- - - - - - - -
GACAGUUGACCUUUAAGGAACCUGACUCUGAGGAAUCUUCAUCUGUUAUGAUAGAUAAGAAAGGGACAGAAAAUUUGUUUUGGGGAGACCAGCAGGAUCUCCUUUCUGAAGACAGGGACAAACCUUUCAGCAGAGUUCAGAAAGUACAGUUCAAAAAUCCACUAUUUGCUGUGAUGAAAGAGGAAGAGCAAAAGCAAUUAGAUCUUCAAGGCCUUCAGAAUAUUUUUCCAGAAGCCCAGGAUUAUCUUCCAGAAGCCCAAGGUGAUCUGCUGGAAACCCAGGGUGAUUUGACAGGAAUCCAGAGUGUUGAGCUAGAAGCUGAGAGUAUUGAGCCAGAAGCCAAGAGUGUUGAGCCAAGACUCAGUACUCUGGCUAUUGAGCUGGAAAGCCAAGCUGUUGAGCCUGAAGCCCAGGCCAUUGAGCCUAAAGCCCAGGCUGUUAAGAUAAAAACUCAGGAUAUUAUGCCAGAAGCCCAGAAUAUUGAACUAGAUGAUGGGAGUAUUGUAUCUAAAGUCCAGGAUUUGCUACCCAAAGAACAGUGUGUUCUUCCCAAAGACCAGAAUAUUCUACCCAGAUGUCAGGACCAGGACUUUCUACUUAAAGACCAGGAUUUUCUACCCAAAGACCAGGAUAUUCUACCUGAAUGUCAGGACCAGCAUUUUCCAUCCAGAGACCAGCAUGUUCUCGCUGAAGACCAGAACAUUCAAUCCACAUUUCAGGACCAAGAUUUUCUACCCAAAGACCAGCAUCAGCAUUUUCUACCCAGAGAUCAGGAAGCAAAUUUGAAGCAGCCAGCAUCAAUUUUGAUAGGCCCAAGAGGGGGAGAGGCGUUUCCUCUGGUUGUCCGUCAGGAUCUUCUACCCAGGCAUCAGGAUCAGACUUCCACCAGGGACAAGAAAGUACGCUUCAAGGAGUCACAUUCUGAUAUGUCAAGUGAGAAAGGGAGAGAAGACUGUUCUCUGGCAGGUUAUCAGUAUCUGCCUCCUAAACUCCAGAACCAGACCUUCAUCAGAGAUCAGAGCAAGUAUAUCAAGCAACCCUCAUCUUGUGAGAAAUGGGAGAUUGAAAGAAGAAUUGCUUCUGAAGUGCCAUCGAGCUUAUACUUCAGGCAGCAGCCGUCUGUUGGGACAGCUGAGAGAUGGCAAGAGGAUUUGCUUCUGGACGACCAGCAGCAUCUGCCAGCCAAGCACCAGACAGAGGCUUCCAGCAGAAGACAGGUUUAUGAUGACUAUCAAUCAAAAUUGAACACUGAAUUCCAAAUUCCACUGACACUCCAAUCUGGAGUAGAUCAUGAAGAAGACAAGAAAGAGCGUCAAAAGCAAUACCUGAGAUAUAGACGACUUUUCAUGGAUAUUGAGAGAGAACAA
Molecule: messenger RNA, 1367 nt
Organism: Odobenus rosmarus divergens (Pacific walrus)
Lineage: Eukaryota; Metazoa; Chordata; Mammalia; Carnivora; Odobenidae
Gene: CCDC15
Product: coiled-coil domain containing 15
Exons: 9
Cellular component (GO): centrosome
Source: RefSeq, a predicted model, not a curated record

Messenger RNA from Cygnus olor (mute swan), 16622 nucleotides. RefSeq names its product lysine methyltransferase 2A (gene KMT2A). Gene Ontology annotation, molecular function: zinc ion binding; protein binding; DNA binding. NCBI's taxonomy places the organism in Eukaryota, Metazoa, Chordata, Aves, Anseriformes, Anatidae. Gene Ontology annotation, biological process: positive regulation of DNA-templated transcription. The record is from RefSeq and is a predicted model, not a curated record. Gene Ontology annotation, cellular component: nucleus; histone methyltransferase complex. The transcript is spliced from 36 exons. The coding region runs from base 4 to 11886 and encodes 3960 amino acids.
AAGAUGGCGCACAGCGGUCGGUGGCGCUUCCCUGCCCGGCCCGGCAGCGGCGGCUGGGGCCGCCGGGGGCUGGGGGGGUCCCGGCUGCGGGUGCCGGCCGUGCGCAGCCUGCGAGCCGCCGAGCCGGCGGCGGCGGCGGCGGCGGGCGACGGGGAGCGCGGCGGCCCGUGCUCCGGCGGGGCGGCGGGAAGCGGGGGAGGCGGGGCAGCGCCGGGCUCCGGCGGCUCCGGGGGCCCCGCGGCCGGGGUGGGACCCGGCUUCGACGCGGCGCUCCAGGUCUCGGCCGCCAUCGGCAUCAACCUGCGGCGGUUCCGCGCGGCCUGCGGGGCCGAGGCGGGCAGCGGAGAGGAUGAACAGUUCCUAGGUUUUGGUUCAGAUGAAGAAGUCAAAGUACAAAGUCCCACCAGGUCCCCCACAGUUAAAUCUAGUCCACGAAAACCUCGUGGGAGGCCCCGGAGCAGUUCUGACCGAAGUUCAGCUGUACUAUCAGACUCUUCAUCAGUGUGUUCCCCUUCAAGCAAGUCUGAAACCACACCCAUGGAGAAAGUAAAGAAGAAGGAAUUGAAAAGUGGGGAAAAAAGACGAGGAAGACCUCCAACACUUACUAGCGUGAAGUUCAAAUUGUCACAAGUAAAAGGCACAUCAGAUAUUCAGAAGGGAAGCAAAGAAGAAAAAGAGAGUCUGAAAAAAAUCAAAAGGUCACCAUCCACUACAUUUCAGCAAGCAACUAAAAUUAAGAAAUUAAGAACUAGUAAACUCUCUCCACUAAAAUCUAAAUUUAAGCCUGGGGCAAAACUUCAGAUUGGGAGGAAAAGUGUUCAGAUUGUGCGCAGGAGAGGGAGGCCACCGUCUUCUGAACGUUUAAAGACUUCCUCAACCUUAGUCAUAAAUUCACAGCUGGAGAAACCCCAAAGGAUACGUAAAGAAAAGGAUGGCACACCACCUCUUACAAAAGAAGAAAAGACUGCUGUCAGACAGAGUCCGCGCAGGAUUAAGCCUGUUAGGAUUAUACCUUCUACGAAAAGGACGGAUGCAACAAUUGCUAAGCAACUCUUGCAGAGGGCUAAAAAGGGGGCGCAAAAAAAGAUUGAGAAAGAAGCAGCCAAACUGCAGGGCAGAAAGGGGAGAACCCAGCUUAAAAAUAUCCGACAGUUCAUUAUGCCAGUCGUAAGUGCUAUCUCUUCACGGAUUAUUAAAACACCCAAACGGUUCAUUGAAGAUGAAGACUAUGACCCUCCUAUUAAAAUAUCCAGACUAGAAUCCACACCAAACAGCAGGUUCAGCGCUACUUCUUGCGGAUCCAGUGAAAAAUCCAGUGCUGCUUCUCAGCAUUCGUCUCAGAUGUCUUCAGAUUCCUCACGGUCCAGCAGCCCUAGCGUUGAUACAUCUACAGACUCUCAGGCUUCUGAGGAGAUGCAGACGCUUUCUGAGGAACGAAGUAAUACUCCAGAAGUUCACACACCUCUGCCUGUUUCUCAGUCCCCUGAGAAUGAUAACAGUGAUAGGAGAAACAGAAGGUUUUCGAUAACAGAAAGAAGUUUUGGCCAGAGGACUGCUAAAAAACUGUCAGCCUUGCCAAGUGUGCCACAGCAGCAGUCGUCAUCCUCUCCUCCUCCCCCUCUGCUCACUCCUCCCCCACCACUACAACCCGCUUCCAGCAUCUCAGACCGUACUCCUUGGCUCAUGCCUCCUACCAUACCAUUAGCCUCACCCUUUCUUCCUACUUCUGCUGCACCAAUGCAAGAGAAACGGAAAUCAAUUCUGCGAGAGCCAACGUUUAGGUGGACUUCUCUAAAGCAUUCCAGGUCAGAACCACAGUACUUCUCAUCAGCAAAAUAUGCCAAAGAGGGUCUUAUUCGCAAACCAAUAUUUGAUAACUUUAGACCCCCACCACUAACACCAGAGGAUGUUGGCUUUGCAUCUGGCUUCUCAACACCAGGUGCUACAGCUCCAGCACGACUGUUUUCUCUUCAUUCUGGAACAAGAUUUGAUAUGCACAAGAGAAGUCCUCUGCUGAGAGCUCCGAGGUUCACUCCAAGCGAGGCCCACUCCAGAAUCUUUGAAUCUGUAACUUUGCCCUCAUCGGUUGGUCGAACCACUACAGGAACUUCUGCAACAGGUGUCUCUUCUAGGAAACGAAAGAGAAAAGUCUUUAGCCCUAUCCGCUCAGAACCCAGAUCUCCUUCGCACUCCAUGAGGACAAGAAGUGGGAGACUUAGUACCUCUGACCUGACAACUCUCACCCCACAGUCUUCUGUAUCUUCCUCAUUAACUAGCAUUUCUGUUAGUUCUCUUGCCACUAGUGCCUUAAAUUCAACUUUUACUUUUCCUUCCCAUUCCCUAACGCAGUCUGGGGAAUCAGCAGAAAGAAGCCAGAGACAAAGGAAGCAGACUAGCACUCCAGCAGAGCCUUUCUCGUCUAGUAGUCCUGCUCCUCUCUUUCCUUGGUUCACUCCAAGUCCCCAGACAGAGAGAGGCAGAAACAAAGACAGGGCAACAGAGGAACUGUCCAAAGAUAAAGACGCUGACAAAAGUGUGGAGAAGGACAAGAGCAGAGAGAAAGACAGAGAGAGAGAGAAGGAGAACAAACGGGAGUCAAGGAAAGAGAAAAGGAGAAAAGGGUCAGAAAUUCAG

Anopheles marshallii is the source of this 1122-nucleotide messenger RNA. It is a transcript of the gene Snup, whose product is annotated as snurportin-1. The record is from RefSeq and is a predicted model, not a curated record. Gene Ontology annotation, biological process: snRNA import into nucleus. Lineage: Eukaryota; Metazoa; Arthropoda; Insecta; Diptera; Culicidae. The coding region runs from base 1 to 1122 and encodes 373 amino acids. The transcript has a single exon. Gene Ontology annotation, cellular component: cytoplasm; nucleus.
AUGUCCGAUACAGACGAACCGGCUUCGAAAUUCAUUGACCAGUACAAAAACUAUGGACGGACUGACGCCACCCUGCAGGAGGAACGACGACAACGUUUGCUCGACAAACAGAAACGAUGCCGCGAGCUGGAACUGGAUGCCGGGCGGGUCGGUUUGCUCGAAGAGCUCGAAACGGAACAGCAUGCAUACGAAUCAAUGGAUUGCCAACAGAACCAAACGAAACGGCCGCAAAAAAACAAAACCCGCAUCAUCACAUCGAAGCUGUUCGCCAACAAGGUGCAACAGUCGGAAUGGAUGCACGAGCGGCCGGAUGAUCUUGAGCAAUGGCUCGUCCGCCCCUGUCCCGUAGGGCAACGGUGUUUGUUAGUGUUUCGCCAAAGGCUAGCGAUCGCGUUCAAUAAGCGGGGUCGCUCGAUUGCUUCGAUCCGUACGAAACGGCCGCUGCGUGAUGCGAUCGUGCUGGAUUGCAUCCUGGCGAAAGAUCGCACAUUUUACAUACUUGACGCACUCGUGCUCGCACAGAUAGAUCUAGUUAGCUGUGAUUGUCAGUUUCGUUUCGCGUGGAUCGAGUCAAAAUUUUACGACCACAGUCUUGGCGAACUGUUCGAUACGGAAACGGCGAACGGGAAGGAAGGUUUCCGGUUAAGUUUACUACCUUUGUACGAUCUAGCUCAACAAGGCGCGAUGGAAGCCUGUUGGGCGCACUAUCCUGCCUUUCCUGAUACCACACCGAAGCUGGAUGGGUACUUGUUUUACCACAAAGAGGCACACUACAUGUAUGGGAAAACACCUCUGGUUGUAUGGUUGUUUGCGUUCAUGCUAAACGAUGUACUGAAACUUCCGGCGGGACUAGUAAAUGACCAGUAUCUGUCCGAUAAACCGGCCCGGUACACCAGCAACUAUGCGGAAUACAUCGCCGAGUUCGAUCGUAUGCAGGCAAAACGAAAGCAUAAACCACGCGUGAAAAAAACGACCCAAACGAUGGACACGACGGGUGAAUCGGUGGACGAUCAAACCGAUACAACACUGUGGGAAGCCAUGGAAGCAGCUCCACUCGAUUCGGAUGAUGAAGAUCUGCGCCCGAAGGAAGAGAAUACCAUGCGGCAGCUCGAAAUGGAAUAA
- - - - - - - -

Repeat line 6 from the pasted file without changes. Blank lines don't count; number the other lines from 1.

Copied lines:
Product: coiled-coil domain containing 15